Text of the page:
The Catechism & The Commandments
October is the month in which we celebrate the Reformation. We remember Martin Luther and his posting of the 95 Theses on the door of the church in Wittenberg.
It seems a good time to share some devotions based on Luther's Catechism: the gift Luther gave us for teaching and claiming our faith. The Small Catechism was meant as a way for households to learn the faith together. The Large Catechism was meant for pastors to teach their congregants.
So I'm going to spend some time on Luther's words from the Small and Large Catechisms, as well as scripture that helps connects those words to us on a more intimate way.
Quotes from the Small Catechism are from the version translated in 1911 by the Henry Eyster Jacobs (Public Domain). Language may be altered for clarity.
Luther begins his Catechism with teaching on the Ten Commandments. So let's begin there:
Then Moses turned and went down from the mountain, carrying the two tablets of the covenant in his hands, tablets that were written on both sides, written on the front and on the back. The tablets were the work of God, and the writing was the writing of God, engraved upon the tablets. ~ Exodus 32:15-16
Now it is evident that no one is reckoned as righteous before God by the law, for “the one who is righteous will live by faith.” ~ Galatians 3:11
"This much is certain: those who know the Ten Commandments perfectly know the entire Scriptures and in all affairs and circumstances are able to counsel, help, comfort, judge, and make decisions in both spiritual and temporal matters."~ Martin Luther, from his Large Catechism. (The Book of Concord: The Confession of the Evangelical Lutheran Church; ed: Robert Kolb and Timothy Wengert., 2000)
There has been a debate over the past couple of decades about whether the Ten Commandments should be put in front of courthouses around the country. Reading Martin Luther's quote here, we might think he'd be in favor of it.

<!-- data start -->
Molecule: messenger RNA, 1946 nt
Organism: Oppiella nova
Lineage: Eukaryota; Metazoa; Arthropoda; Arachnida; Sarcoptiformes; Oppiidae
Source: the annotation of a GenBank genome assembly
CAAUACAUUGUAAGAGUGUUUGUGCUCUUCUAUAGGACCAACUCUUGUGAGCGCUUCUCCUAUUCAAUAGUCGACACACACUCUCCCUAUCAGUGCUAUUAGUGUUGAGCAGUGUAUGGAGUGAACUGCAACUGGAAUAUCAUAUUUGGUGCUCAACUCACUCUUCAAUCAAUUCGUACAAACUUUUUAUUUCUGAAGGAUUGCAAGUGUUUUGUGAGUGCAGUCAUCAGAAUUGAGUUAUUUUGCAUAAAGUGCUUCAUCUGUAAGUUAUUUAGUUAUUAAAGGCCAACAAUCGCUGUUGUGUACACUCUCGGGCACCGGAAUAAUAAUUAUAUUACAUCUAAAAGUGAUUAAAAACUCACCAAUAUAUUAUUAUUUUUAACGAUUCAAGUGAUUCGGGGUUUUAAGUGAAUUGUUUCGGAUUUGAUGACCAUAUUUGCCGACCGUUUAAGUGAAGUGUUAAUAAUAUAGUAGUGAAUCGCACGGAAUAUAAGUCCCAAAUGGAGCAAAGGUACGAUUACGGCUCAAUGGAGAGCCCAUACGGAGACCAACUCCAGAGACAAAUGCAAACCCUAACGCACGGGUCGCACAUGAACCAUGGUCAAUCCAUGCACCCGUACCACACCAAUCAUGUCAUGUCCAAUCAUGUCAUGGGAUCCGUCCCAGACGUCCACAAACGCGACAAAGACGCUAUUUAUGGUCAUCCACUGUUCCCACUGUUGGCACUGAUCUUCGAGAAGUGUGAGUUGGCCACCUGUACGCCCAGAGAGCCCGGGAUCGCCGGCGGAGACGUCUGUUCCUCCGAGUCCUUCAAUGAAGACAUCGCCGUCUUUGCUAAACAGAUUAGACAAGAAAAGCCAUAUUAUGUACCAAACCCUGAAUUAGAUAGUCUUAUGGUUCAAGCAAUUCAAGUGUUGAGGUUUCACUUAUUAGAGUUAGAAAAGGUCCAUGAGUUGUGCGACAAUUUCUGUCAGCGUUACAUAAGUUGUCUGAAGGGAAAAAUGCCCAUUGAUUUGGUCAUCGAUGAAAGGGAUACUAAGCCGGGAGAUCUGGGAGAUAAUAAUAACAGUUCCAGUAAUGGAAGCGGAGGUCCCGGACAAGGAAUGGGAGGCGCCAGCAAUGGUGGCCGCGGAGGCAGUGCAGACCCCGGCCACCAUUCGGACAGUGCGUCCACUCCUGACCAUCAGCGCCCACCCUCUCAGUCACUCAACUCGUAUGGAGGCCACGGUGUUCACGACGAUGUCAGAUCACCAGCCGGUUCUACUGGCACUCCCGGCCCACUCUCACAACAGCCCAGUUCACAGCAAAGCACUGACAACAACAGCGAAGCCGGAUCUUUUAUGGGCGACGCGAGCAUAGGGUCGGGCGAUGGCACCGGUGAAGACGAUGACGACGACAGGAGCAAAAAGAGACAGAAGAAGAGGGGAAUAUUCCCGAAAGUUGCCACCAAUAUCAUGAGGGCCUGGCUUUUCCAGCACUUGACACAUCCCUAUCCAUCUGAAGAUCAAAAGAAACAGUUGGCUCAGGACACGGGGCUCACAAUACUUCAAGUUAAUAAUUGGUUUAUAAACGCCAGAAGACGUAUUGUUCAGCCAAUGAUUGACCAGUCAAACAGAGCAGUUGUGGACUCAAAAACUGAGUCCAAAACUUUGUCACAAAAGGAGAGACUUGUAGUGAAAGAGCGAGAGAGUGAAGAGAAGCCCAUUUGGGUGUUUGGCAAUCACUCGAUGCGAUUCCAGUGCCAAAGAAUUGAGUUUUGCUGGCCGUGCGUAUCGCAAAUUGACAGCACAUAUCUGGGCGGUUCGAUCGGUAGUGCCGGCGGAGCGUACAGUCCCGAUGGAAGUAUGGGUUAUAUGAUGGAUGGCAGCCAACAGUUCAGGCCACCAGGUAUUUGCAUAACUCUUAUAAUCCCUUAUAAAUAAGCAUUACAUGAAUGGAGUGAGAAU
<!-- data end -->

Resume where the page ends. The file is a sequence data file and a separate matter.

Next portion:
Of course, Luther lived in another time when the Church was the primary governing authority in the land. In both Moses' time and Luther's time, theocracy was the government of the day. It is not the case for us. We live in a place where no religion's laws should be lifted up above others. So holding our government to these standards rather than our constitutional laws (which were definitely influenced by these commandments) isn't the best use of these commandments.
So what is the best use of them? I think sometimes we worry so much about posting them that we forget about living them, or even understanding them so we know how to live them.
Now for Luther (and the Apostle Paul), the law was not what we were justified (or made righteous by). As Lutherans we know that we are justified before God not by the law, but by faith.
And yet we also know that our living out of the law is a testament to that faith.
Neither Luther nor Paul (nor even Jesus who said he did not come to abolish it) were against God's law. God's law still had - and has - an important place.
So while we are not saved by the law, it has a place in our lives.
Perhaps it is easiest for us to see that in how we live out our lives of faith. The law acts as a mirror to us - shows us both our sinfulness and our faithfulness.
For Jesus, Paul, and Luther, the best way to describe the law was this: how we love God and how we love our neighbors as ourselves.
As we go through the Ten Commandments, notice how each commandment addresses that.
So while we are not meant to put the Ten Commandments on Courthouse yards or walls, I think we are meant to put them on our hearts.
A Prayer by Martin Luther: Dearest God and Lord, strengthen and uphold us in your pure, precious Word through Jesus Christ our Lord, and help us to show and live our thanks with our fruits of faith to your praise and thanks forever. Amen.